I decided to repost one of my favorite articles on the web site. The post features a priceless snapshot in time of Ellwood City taken from 196 feet above the town sometime between 1909 and 1915. It is amazing how much has changed from then to today. There is so much in the picture it is easy to miss some of the more interesting things. I have added yellow numbers to some of the points I would like to draw your attention to in this picture, of course there is more than the twelve things I mention here and would love to hear about something I missed.
The first point of interest I see when I look at this picture is the grand Hotel Lawrence surrounded by the majestic Oliver Park. Though it is difficult to get your bearings with this picture, we are actually looking at the side of the Hotel. The front of the Hotel formally called Hotel Oliver is the side with the large white peaks and faces down Fifth Street.
Secondly, in almost the center of the page we see the Central School building built in 1902 on the corner of Lawrence Avenue and Sixth Street. Today the Ellwood City Municipal Building is located on that lot of land with a number of memorials displayed in the front lawn. The large World War II memorial in front of the Municipal building was purchased through multiple fundraisers including donations and with the extra money that was raised for Ellwood City’s anniversary.
Number three in the picture is the Park Hotel, built 1895 and located on the North side of the Ellwood City Short Line. Today, most people don’t remember the Park Hotel and I have had a difficult time uncovering the fate of the old Hotel. Did it catch on fire from the sparks of a passing train, or was it simply torn down due to dilapidation? The fact remains that the building is no longer there but if you look the next time you drive past, one of the walls from its foundation is still standing today.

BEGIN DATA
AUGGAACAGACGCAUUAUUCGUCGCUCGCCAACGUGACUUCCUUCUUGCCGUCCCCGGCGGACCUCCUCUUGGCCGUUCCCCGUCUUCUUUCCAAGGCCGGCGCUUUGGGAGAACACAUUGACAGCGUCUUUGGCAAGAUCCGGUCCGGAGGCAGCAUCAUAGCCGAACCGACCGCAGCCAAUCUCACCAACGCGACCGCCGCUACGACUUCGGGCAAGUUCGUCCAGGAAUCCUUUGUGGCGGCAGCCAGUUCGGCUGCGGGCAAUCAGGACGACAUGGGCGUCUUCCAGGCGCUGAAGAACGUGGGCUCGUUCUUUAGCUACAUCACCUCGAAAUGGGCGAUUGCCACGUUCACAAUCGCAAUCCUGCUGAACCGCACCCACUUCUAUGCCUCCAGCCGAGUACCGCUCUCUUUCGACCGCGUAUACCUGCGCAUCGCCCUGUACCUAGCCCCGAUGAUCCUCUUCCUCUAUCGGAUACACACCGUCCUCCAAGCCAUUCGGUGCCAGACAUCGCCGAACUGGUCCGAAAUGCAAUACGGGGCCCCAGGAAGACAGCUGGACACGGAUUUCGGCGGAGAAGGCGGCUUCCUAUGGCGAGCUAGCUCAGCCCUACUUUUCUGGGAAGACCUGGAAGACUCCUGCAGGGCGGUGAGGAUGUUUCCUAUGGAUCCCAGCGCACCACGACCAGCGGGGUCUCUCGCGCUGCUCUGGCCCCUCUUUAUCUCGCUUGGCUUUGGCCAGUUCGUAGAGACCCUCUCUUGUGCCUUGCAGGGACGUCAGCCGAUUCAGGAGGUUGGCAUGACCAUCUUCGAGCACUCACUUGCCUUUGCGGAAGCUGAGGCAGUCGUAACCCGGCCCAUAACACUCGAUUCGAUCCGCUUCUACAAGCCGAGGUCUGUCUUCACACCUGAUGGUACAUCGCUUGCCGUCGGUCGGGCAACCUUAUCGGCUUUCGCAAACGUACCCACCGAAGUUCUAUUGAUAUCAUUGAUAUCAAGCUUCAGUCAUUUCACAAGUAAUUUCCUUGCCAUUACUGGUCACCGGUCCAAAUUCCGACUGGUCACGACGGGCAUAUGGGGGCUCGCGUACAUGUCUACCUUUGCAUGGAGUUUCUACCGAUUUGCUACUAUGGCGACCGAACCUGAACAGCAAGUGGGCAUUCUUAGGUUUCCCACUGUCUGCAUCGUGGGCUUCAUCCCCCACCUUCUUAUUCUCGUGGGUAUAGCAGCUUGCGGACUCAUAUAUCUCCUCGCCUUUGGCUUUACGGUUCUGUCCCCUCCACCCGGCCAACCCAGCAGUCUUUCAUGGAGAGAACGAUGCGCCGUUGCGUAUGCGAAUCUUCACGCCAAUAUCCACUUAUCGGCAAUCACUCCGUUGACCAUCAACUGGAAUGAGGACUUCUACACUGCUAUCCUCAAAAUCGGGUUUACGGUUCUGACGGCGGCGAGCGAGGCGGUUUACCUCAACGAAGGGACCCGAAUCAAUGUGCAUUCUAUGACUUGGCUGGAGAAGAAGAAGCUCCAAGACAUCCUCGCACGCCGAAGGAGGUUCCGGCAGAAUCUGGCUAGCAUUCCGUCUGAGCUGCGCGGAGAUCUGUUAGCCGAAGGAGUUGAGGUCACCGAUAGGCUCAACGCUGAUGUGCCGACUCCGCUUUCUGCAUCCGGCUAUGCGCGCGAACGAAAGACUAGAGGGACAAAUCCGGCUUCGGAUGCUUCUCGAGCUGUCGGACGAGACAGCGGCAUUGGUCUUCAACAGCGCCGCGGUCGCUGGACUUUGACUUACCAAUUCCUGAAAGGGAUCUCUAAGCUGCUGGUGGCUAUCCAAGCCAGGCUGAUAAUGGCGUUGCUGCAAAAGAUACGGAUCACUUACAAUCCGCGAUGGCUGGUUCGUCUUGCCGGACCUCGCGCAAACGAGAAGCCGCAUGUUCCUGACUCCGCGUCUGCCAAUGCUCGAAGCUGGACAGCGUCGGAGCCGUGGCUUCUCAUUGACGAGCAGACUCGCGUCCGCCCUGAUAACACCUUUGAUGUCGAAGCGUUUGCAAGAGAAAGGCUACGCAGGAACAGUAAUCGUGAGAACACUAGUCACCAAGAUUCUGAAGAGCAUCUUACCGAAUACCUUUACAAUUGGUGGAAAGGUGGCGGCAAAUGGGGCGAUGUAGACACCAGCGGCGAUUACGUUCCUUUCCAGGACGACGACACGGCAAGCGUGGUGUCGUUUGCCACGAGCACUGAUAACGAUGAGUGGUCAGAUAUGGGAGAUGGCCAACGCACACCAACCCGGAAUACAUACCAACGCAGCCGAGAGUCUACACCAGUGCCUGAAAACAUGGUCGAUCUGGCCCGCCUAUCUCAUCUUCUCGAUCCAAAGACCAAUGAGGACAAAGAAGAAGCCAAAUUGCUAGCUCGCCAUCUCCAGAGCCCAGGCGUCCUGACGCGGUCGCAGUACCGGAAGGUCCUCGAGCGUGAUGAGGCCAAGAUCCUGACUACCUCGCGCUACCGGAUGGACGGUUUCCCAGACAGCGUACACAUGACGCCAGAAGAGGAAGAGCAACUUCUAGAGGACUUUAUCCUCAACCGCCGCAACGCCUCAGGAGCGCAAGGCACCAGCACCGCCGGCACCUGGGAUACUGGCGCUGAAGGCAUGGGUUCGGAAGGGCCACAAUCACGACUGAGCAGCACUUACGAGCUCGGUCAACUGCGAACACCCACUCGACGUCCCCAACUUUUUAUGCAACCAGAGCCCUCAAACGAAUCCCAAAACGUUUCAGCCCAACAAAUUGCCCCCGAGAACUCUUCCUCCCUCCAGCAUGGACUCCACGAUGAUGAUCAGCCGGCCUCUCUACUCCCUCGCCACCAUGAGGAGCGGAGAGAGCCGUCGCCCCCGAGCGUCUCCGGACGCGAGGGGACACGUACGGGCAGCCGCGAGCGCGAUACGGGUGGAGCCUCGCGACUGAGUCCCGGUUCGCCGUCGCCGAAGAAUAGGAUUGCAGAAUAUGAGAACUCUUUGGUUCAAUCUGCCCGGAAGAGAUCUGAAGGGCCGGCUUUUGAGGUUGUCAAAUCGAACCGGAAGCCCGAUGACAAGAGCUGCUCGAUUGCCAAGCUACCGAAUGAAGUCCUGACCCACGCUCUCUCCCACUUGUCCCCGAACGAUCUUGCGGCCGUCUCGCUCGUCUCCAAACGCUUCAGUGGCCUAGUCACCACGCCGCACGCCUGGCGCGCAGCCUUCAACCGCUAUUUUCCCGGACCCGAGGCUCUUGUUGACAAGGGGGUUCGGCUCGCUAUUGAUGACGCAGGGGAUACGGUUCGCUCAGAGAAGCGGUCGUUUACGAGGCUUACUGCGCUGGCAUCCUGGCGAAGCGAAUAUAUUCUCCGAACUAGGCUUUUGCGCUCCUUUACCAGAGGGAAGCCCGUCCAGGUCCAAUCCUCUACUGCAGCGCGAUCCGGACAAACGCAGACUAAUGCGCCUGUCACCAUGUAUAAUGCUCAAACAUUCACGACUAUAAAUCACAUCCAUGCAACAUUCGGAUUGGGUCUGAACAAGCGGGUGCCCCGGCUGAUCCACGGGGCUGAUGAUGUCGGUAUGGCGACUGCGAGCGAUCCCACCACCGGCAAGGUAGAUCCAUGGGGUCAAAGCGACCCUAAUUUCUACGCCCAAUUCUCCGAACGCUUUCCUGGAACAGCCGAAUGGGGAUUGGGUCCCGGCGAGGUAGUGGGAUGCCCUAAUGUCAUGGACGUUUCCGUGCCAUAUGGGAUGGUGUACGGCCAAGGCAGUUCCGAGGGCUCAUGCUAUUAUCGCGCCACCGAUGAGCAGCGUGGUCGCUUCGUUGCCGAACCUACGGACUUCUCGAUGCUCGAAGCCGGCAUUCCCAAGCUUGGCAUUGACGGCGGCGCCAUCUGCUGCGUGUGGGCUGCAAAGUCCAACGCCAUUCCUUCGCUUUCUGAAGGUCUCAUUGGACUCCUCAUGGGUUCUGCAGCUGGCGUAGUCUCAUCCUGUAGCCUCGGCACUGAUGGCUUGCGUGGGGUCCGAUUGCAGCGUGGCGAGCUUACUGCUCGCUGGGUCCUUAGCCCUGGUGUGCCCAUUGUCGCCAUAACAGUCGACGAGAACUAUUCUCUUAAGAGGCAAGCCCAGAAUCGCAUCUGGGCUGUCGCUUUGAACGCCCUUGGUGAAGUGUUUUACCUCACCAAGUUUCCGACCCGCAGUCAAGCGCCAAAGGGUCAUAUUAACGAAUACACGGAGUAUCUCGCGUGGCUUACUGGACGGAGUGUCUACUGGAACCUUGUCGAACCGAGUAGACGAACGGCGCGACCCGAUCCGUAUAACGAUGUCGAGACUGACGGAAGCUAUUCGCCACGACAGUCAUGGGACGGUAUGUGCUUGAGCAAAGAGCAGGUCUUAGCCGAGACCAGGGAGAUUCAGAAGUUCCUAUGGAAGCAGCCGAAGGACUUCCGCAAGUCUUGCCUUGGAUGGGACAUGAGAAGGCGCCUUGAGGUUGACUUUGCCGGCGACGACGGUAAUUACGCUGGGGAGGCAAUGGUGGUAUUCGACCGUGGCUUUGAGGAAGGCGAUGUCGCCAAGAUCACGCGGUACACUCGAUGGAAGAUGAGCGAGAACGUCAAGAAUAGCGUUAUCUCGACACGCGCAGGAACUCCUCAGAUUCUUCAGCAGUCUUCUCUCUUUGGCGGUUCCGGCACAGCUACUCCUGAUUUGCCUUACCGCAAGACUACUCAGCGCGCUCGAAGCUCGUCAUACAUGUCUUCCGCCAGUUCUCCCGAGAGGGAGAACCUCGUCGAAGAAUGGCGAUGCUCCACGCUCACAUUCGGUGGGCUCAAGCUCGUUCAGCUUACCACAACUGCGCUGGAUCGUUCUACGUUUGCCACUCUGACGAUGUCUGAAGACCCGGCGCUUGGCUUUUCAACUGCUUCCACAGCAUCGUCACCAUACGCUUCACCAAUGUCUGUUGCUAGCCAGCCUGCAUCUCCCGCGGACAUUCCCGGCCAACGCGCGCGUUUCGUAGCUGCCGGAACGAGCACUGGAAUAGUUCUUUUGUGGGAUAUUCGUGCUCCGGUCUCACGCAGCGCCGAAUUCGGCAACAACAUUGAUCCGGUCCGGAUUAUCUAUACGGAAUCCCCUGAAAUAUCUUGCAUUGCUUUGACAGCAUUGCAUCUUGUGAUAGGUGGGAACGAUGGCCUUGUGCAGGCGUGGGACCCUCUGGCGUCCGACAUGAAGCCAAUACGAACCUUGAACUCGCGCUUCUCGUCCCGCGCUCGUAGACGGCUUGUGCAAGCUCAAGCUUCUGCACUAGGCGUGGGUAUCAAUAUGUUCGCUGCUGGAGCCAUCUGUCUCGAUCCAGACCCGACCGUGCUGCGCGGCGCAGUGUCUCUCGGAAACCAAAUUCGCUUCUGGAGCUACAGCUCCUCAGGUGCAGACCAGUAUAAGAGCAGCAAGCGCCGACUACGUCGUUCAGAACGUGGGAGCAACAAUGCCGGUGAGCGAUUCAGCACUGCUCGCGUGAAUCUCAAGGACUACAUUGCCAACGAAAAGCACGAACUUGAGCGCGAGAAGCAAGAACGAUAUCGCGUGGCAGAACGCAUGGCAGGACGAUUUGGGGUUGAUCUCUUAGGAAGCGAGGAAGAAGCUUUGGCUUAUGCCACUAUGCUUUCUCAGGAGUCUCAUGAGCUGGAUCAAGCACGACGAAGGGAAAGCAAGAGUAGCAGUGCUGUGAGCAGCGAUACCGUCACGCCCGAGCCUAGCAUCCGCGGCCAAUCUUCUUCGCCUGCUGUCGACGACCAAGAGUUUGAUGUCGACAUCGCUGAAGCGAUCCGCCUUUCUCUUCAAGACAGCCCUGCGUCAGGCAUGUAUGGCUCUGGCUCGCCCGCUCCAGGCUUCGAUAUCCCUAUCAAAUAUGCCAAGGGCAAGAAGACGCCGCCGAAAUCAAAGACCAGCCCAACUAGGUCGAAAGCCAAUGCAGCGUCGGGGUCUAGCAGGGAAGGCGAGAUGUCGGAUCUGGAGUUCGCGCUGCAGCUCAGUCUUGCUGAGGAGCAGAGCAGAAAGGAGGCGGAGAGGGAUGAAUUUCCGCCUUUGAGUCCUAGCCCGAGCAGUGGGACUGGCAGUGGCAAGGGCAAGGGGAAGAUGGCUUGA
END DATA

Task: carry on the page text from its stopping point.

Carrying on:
Four and Five go together, almost. Point number four is the old train station that is no longer there today and number five points to something that is actually missing from the picture, the Fifth Street Subway. The railroad you see in the picture beside the train station was the Pennsylvania Railroad, who owned Rock Point Park. The railroad through Ellwood City was known more as the Ellwood Short Line and replaced the B&O railroad that was built along the Northern bank of the Connoquenessing Creek in 1876. After the Ellwood Tunnel was completed in 1892 the railroad connecting North Sewickley & Rock Point ran through the natural plain which Ellwood City was built upon and the hilly B&O railroad was abandoned.
Ellwood City owes its birth more to the Ellwood City railroad tunnel and Beaver Falls then the more common misconception of New Castle. Ellwood’s founder H.W. Hartman was dissatisfied with the conditions in Beaver Falls where he was the head of the Beaver Falls Water Company and Hartman Steel Company. He heard the railroad was planning to build the tunnel to bypass the slower line through Hazel Dell and put his plan for an industrial resort town into action.
The passenger station in the picture, known as the Union Station, served Ellwood City until the mid 1950’s. One text says the station was torn down as late as 1957, while another says it was torn down as early as 1955. Today, a parking lot is all that remains beside what is now the Buffalo & Pittsburgh Rail line.
Just west of the Union Station is number Six, the freight yards of Ellwood City. The large structure on the Northern side of the tracks is the B.O. Freight Station. The station was located just West of Sixth Street which was a main road at the time of the picture as the bridge connecting Ellwood City to Hazel Dell was the Sixth Street Bridge, not the Fifth as it is today. The “Hazel Dell Bridge” as it was known then connected Sixth Street and College Street. The original Fifth Street Bridge was not erected until 1915.
The B.O. Freight Station was demolished in 1982 and the property was sold to the Ellwood City Forge Group.